During the modern period, beginning with the concepts of Hobbesian contractualism, according to which man, in his state of nature forfeits his rights for security, and Kantian contractualism—the idea of a morally constrained agreement among individuals who regard themselves and one another as free and equal persons warranting moral respect—the concept of the common good underwent profound transformations until it eventually faded away from public discourse.
It’s rebirth occurred with the Encyclical Rerum Novarum (1891) of Pope Leo XIII, which appealed to the body politic to implement the aforementioned concept of the common good. Subsequently, this encouraged Christian socio-political movements geared to realizing the totality of social conditions that would allow persons to reach their communal and individual fulfilment as dictated by the natural law.
The common good is a complex category that goes beyond interest in issues related to the aim of the state or economic realities. Its horizon extends to viewing each individual as a person created in the image and likeness of God (Genesis 1, 27), for which families and intermediate groups unite themselves in the social community. In fact, the polis—the organisation of the good life of citizens and not a simple corporate aggregate—for Aristotle, is the realisation of the highest good, the ‘common good’, which as the end of political action belongs to each citizen and to all citizens as a whole, i.e., that which benefits society as a whole, in contrast to the private good of individuals and sections of society. It is the overcoming of personal and group individualism, condition, for man, of virtuous and happy life with his fellow man. In this manner, he can contemplate and work towards his end: the beatitude in heaven.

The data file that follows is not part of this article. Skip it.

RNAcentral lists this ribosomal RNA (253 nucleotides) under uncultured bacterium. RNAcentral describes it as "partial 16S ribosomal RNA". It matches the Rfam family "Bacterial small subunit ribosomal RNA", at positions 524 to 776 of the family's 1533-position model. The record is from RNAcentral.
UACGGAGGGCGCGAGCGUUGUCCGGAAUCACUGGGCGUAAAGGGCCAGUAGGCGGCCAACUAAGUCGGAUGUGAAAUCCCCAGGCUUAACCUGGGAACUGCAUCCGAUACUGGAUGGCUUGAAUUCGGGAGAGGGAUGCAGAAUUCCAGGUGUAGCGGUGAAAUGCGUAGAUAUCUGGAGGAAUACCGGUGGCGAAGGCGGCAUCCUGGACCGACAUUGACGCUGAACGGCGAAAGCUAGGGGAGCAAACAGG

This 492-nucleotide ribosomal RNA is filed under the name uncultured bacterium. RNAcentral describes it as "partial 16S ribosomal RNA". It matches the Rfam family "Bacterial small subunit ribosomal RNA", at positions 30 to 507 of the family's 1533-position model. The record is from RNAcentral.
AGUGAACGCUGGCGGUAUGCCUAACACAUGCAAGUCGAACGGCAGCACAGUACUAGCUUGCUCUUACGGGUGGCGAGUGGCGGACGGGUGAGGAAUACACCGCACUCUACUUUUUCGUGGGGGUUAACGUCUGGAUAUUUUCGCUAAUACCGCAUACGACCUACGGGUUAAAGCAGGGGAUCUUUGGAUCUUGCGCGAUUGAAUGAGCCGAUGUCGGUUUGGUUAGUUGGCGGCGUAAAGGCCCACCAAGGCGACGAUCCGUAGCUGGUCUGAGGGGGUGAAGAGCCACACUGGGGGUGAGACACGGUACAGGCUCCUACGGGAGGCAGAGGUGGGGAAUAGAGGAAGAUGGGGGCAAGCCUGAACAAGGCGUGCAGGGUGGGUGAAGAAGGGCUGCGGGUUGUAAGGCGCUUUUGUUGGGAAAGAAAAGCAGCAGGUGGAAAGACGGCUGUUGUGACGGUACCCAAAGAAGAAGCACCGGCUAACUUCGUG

The common good expresses the socially relevant elements of the natural dignity of the person, his fundamental, that is, non-negotiable, goods which the political community must protect and promote.
Defending the Common Good